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Arming Teachers: St. Louis County Police Chief Responds To Support And Opposition

Bill Raack, St. Louis Public Radio
St. Louis County Chief of Police Tim Fitch (standing at podium).

St. Louis County Police Chief Tim Fitch says arming school personnel should be considered when discussing ways to improve school safety.

Host Don Marsh talked with Fitch about his proposal, which he made a couple of days after the school shooting in Newtown, Connecticut. 

Fitch acknowledged that there are serious concerns about his proposal but said he hasn’t heard any other ideas for how to address the lag time when someone starts shooting and police can respond.    

“How do you think we should respond to that?” Fitch said.  “Nobody has an answer.   Nobody has said, ‘well, I would do this.’  They just say, ‘I don’t like what you said, it’s unacceptable, it’s irresponsible, you should be fired.’  I’ve heard all of that.   But, nobody has an answer for that critical time period.”   

Fitch said in some scenarios having an armed and trained faculty member with a gun could save lives.

A listener from Imperial, MO named Kristin called into the program expressing her support for Fitch’s proposal. 

I am so glad that someone with a little bit louder of a voice than I have is willing to breech this topic because I think it is an excellent idea.  I know I would personally would feel much safer with my second grader at the school that there at, if I knew that if something like this were to happen, someone can take care of it before the police get there.  Some people who feel like this is a bad idea…haven’t really considered what they would do in that situation and how people can really deal with it.  How do you deal with an armed assailant without a firearm?

Most of the feedback we received, however, was in opposition to the proposal. 

On our Facebook page, Rosalind wrote, “I like that good teachers are calm and collected in a crisis, as (the teachers in Newtown) were. I don't want to have teachers having to worry about being armed and having to shoot someone in front of our children, because whatever calm reserve they had will evaporate under that kind of stress.

And, Tonya wrote, “What happens when a teacher shoots a kid? Who is liable then? We had a 100 pound English teacher and I think 99% of the class could overtake her and get her gun. Do we really want guns around hormonal, impulsive and angry teens?”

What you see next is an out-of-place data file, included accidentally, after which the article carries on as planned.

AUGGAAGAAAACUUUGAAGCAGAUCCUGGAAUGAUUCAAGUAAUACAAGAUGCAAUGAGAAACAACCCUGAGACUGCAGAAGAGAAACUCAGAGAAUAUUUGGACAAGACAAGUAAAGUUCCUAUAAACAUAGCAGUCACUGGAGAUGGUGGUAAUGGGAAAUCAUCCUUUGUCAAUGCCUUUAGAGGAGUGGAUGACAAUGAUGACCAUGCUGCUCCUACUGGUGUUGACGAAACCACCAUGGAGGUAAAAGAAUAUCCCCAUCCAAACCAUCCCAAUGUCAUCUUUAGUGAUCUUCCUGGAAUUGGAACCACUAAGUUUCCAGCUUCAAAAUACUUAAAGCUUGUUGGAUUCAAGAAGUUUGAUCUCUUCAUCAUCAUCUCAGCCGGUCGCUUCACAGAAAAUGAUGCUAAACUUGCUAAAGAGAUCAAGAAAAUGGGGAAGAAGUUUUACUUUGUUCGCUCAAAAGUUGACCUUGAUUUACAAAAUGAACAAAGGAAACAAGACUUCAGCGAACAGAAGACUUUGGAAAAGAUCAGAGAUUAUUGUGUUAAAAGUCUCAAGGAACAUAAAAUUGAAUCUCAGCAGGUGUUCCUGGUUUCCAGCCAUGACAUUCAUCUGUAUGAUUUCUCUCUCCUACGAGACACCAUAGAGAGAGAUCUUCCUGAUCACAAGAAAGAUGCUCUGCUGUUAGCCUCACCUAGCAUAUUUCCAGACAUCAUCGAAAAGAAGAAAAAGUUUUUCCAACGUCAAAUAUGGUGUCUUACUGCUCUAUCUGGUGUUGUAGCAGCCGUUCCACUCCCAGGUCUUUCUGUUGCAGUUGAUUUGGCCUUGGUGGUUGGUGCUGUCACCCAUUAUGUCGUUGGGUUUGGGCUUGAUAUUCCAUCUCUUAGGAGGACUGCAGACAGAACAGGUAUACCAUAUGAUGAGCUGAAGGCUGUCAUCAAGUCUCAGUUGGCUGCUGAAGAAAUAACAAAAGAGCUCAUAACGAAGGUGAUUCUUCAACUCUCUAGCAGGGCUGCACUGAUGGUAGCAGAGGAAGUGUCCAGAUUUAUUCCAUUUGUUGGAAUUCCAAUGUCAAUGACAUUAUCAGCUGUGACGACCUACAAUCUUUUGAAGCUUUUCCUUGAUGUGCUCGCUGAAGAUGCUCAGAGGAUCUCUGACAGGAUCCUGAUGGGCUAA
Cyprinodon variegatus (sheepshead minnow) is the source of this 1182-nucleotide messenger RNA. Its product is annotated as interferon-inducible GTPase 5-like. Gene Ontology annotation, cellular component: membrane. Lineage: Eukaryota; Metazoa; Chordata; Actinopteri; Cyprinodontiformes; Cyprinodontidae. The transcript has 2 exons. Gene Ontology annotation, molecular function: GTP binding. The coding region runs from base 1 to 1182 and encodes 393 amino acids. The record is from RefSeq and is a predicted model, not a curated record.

Do you agree with Chief Fitch?  Add your opinion to the comments section below.

Tim Lloyd contributed to this report

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Alex is the executive producer of "St. Louis on the Air" at St. Louis Public Radio.
Mary Edwards came to St. Louis Public Radio in 1974, just after finishing her Bachelor of Music degree at the University of Missouri-St. Louis. She has served the station in a number of capacities over the years. From 1988-2014 she also taught an undergraduate class in radio production at Webster University. Mary was inducted into the St. Louis Media History Foundation Media Hall of Fame in April, 2017 and received the Gateway Media Literacy Partners' Charles Klotzer Media Literacy Award in 2012. Mary retired from St. Louis Public Radio in 2018, but still serves the station as a St. Louis Symphony Producer.
Don Marsh served as host of St. Louis Public Radio’s “St. Louis on the Air" from 2005 to 2019, bringing discussions of significant topics to listeners' ears at noon Monday through Friday. Don has been an active journalist for 58 years in print, radio and television. He has won 12 Regional Emmy Awards for writing, reporting, and producing. He is the recipient of a Lifetime Achievement Award from the National Academy of Television Arts and Sciences, was inducted into the St. Louis Media Hall of Fame in 2013, and named “Media Person of the Year” by the St. Louis Press Club in 2015. He has published three books: his most recent, “Coming of Age, Liver Spots and All: A Humorous Look at the Wonders of Getting Old,” “Flash Frames: Journey of a Journeyman Journalist” and “How to be Rude (Politely).” He holds an honorary Doctor of Arts and Letters degree from the University of Missouri-St. Louis.

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